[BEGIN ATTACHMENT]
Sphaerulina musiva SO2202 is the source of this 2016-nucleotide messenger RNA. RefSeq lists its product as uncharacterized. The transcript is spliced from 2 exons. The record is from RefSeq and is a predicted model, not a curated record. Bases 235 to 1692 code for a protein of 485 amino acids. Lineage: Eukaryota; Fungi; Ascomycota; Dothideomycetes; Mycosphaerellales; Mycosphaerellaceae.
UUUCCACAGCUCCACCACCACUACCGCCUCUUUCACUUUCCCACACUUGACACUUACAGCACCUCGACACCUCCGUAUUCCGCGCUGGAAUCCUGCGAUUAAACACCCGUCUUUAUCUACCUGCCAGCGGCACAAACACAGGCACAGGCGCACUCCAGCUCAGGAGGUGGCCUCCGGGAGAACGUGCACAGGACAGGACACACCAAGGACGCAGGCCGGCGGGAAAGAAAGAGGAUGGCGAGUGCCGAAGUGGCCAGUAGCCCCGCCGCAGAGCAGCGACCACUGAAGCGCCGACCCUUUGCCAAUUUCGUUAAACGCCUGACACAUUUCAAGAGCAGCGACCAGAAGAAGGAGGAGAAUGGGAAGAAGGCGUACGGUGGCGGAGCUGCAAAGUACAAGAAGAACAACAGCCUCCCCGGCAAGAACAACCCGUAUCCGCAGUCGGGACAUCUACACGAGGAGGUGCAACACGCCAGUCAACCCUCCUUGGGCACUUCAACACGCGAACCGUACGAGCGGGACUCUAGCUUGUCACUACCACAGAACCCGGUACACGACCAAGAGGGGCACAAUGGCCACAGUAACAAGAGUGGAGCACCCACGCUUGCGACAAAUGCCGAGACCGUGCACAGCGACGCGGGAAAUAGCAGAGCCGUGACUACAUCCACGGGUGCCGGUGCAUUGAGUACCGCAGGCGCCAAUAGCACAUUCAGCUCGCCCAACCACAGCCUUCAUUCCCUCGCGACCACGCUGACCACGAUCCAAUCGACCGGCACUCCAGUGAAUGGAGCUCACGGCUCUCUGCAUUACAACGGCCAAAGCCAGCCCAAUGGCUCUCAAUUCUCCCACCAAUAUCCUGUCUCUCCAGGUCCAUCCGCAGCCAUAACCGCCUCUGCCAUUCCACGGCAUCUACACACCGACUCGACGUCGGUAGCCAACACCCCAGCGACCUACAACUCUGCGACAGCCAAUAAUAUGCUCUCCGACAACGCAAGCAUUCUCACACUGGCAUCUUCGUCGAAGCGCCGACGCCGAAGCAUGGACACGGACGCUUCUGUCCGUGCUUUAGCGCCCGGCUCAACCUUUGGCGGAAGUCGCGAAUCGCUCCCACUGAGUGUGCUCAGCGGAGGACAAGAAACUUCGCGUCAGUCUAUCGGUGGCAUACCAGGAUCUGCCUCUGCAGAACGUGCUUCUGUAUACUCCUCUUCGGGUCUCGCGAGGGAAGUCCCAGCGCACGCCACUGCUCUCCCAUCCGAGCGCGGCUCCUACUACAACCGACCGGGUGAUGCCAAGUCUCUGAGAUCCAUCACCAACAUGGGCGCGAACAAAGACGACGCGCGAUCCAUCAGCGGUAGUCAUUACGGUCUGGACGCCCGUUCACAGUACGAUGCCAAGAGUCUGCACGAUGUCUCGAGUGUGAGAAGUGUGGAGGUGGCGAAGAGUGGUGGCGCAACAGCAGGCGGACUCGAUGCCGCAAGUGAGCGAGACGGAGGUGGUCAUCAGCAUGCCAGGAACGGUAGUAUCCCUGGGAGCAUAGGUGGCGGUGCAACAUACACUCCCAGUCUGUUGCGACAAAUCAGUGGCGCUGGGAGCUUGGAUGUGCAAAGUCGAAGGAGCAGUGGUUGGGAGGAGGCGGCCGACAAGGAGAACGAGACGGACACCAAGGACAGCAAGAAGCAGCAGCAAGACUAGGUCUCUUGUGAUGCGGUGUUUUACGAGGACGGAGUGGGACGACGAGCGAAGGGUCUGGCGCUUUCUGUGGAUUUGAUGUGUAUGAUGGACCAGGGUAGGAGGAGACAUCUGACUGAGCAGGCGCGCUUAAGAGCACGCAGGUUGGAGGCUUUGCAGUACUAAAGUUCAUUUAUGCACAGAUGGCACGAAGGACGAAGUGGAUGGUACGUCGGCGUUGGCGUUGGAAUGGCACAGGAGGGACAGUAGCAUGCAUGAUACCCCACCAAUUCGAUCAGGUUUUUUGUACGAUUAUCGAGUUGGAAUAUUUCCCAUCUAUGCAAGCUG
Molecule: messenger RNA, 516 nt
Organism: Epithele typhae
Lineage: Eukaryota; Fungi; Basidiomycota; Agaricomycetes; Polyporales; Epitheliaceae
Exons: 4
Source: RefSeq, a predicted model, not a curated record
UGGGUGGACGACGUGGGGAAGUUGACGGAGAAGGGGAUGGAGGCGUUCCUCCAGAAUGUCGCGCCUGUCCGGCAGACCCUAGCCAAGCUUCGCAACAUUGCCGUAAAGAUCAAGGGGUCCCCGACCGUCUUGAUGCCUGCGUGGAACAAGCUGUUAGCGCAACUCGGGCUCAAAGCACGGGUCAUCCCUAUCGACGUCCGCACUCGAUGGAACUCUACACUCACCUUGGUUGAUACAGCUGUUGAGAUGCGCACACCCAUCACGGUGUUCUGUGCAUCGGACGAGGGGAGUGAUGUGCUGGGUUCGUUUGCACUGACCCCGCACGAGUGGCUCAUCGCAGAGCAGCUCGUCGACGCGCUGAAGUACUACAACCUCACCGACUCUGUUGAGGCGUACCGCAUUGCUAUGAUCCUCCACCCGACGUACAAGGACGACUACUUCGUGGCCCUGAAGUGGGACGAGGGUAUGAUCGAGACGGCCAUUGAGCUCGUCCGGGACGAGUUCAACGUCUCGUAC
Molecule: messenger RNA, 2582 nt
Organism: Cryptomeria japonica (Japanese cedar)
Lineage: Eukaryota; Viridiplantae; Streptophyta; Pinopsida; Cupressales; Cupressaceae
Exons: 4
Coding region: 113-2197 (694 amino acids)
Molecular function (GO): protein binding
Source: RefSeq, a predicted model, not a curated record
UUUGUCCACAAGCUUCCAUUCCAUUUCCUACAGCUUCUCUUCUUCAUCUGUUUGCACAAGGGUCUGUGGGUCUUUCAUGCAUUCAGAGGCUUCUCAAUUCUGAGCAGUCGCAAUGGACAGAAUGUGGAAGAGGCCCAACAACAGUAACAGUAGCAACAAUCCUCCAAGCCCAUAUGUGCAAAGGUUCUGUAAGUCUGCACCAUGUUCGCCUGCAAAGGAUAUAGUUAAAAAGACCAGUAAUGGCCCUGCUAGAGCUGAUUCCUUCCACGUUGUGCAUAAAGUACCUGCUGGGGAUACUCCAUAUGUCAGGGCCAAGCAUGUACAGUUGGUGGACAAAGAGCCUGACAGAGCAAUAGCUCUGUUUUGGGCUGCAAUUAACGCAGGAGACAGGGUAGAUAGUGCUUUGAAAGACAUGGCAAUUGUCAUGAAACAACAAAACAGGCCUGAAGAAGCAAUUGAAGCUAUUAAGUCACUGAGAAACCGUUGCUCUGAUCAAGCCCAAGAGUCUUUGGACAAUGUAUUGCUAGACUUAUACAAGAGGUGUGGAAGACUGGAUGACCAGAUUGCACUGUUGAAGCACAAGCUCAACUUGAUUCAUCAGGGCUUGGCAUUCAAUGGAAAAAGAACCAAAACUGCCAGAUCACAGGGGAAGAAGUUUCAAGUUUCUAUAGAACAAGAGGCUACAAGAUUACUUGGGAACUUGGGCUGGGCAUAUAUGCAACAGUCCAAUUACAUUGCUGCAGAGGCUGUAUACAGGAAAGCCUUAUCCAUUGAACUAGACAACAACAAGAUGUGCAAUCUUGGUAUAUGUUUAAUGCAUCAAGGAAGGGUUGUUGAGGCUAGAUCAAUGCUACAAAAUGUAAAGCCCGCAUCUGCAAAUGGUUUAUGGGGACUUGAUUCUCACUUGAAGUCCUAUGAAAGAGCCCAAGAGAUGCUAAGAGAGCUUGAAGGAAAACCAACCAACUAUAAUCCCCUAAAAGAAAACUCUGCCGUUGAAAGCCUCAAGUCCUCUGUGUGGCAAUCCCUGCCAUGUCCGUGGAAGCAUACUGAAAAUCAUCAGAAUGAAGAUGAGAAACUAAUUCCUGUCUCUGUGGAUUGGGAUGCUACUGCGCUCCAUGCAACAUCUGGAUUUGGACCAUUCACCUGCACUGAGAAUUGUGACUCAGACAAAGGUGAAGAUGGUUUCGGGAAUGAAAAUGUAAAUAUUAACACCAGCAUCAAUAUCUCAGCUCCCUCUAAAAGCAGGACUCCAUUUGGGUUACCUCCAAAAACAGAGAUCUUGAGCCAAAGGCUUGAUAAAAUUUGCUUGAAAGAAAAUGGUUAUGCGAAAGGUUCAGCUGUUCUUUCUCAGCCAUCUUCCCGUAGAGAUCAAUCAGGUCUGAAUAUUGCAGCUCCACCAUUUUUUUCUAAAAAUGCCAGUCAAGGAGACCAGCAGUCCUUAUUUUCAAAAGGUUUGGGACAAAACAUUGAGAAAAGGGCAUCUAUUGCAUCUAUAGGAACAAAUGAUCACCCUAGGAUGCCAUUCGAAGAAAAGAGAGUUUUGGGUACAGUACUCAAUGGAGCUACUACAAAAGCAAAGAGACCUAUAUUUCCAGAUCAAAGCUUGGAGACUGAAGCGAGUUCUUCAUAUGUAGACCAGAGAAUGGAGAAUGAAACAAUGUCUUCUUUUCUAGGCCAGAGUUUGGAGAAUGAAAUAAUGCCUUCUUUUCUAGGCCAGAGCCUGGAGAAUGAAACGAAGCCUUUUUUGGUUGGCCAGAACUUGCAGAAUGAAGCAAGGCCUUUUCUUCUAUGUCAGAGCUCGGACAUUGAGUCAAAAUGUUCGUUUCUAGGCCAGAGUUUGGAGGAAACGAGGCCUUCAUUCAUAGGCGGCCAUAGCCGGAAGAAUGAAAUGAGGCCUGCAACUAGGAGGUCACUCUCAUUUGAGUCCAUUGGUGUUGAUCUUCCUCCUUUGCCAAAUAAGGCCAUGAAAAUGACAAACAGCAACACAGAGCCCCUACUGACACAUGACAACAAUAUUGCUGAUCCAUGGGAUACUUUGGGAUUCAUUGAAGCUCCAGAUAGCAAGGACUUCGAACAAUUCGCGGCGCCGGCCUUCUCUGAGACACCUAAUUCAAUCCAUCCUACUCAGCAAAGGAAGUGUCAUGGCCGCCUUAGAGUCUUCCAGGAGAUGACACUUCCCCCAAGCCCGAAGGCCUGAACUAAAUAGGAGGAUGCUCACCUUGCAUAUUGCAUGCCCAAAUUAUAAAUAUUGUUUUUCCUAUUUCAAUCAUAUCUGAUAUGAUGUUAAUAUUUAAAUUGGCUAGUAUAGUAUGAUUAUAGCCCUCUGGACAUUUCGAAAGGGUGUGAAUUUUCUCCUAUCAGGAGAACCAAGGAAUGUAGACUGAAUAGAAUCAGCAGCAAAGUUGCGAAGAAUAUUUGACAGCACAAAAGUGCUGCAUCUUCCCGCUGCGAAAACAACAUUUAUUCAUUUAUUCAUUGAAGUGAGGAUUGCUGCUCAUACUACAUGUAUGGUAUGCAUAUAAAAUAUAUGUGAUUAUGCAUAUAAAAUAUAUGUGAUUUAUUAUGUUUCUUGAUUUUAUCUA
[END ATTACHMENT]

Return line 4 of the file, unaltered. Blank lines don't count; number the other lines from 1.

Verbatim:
Organism: Epithele typhae